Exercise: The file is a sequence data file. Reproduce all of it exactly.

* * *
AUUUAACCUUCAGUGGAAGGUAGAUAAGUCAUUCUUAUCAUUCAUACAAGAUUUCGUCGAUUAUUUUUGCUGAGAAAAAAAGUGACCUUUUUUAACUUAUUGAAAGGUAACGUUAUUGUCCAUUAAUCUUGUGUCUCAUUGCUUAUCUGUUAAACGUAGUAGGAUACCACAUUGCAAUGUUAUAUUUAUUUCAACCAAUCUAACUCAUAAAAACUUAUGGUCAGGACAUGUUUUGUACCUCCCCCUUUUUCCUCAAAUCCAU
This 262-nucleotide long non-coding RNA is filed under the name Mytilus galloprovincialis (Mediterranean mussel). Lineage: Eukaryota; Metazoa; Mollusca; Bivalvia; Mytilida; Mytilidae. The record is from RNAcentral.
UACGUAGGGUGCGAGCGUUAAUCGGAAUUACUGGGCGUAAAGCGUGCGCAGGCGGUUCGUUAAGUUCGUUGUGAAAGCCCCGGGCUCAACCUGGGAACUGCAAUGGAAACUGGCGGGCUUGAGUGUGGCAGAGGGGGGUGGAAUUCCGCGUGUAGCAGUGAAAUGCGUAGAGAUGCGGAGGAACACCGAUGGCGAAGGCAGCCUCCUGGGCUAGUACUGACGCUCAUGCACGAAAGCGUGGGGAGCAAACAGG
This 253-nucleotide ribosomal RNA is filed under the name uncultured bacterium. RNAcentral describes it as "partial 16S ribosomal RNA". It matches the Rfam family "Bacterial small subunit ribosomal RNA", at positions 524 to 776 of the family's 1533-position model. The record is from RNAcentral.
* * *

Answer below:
AUUUAACCUUCAGUGGAAGGUAGAUAAGUCAUUCUUAUCAUUCAUACAAGAUUUCGUCGAUUAUUUUUGCUGAGAAAAAAAGUGACCUUUUUUAACUUAUUGAAAGGUAACGUUAUUGUCCAUUAAUCUUGUGUCUCAUUGCUUAUCUGUUAAACGUAGUAGGAUACCACAUUGCAAUGUUAUAUUUAUUUCAACCAAUCUAACUCAUAAAAACUUAUGGUCAGGACAUGUUUUGUACCUCCCCCUUUUUCCUCAAAUCCAU
This 262-nucleotide long non-coding RNA is filed under the name Mytilus galloprovincialis (Mediterranean mussel). Lineage: Eukaryota; Metazoa; Mollusca; Bivalvia; Mytilida; Mytilidae. The record is from RNAcentral.
UACGUAGGGUGCGAGCGUUAAUCGGAAUUACUGGGCGUAAAGCGUGCGCAGGCGGUUCGUUAAGUUCGUUGUGAAAGCCCCGGGCUCAACCUGGGAACUGCAAUGGAAACUGGCGGGCUUGAGUGUGGCAGAGGGGGGUGGAAUUCCGCGUGUAGCAGUGAAAUGCGUAGAGAUGCGGAGGAACACCGAUGGCGAAGGCAGCCUCCUGGGCUAGUACUGACGCUCAUGCACGAAAGCGUGGGGAGCAAACAGG
This 253-nucleotide ribosomal RNA is filed under the name uncultured bacterium. RNAcentral describes it as "partial 16S ribosomal RNA". It matches the Rfam family "Bacterial small subunit ribosomal RNA", at positions 524 to 776 of the family's 1533-position model. The record is from RNAcentral.